Research has demonstrated that in dry form, the virus has amazing (distressing) stability. In 2006, the publication New Scientist issued what it described as a Note of Caution. The authors detail the survivability of variola in different environments. In patients recovering from the illness, viability of variola in urine and throat cultures diminishes rapidly. However, cultures from pustules show little loss of vitality. In fact dried material from scabs can survive for years, even twenty years.
A 2014 article in Emerging Infectious Diseases, Poxvirus Viability and Signatures in Historical Relics describes virus specimens extracted from dried pustules (crusts) that remained viable on a glass slide after 417 days at room temperature and 432 days under refrigeration.
Concern about viability of the virus after many years has led to the issuance of advisories to archeologists and archivists who might stumble on long-interred contaminated artifacts.
Toward the beginning of this blog, I described the vast reservoir of unvaccinated people--naive, when it comes to smallpox immunity--who exist in the world today. Given what we have learned here about this durable virus, I ask the question again,"Should we be worried?"
Maybe not worried, but certainly informed and concerned.
2 Janet Paker was alone at death. Her family was in quarantine and could not offer her comfort. When she died, she was found on the floor of her hospital room. She had apparently been trying to disconnect an IV drip. Birmingham Live
3 The Grand Tour, for those not familiar with the term, is a rather anachronistic notion which prevailed before air travel made the world smaller. The well-heeled young from England would travel 'the Continent' as a kind of initiation in a cultured life. I use the term, obviously, tongue in cheek :) ThoughtCo:The Grand Tour
4 The history of Yugoslavia ( or any place), its creation and dissolution, may be told by different sources in different ways. Here are two sources BBC History "Yugoslavia: 1918 - 2003" and ThoughtCo: "History of the Former Country of Yugoslavia"
6. Establishing that Ibrahim Moti was the index patient involved several steps. Health officials were not entirely dependent on a subjective narrative in order to make a case that Hoti had recently suffered from smallpox, and that he was indeed the index patient. Blood tests taken in April indicated elevations in certain markers that indicate recent infection these included elevated titers of HAI (1/160 and 1/320) and neutralizing antibodies(1/100 (and 1/500). Another test, agar cell diffusion test for precipitants was positive. According to a Cambridge.org research article:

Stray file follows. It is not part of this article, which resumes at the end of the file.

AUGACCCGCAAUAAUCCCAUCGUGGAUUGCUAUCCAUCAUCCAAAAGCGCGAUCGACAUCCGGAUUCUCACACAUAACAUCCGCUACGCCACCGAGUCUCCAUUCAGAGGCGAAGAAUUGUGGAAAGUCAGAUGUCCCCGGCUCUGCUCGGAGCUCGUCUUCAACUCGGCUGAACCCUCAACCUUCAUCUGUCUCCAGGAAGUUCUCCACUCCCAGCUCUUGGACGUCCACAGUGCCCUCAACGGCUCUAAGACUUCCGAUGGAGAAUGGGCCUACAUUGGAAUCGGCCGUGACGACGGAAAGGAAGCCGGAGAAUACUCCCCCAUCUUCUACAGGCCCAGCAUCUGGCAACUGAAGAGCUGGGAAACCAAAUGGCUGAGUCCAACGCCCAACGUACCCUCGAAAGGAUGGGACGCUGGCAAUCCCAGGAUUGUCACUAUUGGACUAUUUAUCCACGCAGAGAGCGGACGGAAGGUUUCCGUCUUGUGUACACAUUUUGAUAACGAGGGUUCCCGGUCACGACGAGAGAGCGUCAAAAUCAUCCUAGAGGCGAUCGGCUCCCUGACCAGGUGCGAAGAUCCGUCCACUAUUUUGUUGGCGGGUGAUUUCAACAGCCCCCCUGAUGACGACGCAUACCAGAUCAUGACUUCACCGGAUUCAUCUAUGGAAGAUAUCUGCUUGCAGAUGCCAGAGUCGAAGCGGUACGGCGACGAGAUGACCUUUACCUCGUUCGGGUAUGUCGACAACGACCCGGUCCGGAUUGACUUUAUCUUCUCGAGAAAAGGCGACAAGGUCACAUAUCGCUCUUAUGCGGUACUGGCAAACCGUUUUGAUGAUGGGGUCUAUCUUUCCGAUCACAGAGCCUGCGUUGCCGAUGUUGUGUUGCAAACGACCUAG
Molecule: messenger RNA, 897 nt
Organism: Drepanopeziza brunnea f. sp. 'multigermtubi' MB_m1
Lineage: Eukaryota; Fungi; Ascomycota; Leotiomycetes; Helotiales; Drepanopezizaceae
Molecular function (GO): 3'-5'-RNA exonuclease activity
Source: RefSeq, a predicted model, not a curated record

a positive precipitation test in agar gel, a CF titre of 1/20 or more and an HI titre of 1/80 or higher in a single specimen of serum would be suggestive of recent smallpox infections. Such a result might be of special value in the retrospective diagnosis of missed cases and in the detection of minimal or subclinical infections.
(Animals in the logo image are from Pixabay)
CDC MMWR Weekly
Science Direct orthopoxviruses
Birmingham Live Janet Parker
National Geographic Smallpox Eradicated
University of Minnesota: U. S. Army Switching to New Smallpox Vaccine
ThoughtCo: Grand Tour of Europe
Mayo Clinic: Macular Degeneration: Symptoms, Causes
Microbiological Reviews: The Smallpox Story: Life and Death of an Old Disease
Johns Hopkins Center for Health Security: Smallpox Fact Sheet
Johns Hopkins: D. A. Henderson Obituary
UNESCO: Inner City.
AFAR Travel Guides: Cafe Schwarzenberg
Merriam Webster Dictionary Cordon Sanitaire
US CDC: Smallpox Symptoms Index
Military Medicine (Oxford Journals): Evidence for Residual Immunity to Smallpox After Vaccination and Implications for Re-emergence,
University of Minnesota, D. A. Henderson critiques the report on duration of smallpox immunity.
New Scientist: Note of Caution
Emerging Infectious Diseases: Poxvirus Viability and Signatures in Historical Relics
CDC Supplement: Smallpox Stockholm, Sweden, 1963
BBC: History Yugoslavia: 1918 - 2003
ThoughtCo: History of the Former Country of Yugoslavia
Cambridge.org: Epidemiology and Infection Antibody response in non-haemorrhagic smallpox patients
Emerging Infectious Diseases: The 1947 Smallpox Vaccination Campaign in New York City, Revisited